Department of Biostatistics Seminar/Workshop Series

Prognosis and Prognostic research: what, why, and how?

Karel G.M. Moons, PhD

Professor of Clinical Epidemiology
Julius Center for Health Sciences and Primary Care, Netherlands

Wednesday, September 23 10:00-11:00AM, PRB 206

Intended Audience: Persons interested in applied statistics, statistical theory, epidemiology, health services research, clinical trials methodology, statistical computing, statistical graphics, R users or potential users.

Prognostic prediction models are increasingly used in medicine. Since the introduction of ‘Evidence Based Medicine’ the number of published papers dealing with prediction models increased exponentially to over 20,000. Well known examples of prognostic prediction models are the APGAR score, APACHE score, EUROSCORE, and Framingham Risk Score. My presentation covers various questions regarding prognostic research. Why do we need prognostic research and prognostic models? How to design and conduct prognostic studies? How to develop a prognostic model? Why and how should we validate such models before being used in daily practice? What knowledge is needed before applying a prognostic model in individual patients, and what are the pros and cons of using such models?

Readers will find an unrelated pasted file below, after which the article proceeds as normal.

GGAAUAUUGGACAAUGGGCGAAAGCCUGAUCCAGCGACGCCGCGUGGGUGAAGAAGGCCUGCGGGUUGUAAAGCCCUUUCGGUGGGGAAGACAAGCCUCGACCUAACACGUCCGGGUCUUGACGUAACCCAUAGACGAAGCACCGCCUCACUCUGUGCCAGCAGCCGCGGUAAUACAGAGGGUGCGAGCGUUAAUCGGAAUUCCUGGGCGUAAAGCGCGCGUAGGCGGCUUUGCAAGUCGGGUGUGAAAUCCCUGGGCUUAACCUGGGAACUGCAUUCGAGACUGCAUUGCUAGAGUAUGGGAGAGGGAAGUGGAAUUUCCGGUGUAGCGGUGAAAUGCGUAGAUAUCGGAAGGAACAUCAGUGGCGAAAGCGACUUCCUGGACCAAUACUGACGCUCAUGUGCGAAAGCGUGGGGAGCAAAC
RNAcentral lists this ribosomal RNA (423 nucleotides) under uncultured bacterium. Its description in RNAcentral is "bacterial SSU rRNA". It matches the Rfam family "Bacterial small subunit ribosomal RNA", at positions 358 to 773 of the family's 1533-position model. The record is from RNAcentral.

Topic revision: r4 - 26 Apr 2013, JohnBock

This site is powered by FoswikiCopyright © 2013-2017 by the contributing authors. All material on this collaboration platform is the property of the contributing authors.
Ideas, requests, problems regarding Vanderbilt Biostatistics Wiki? Send feedback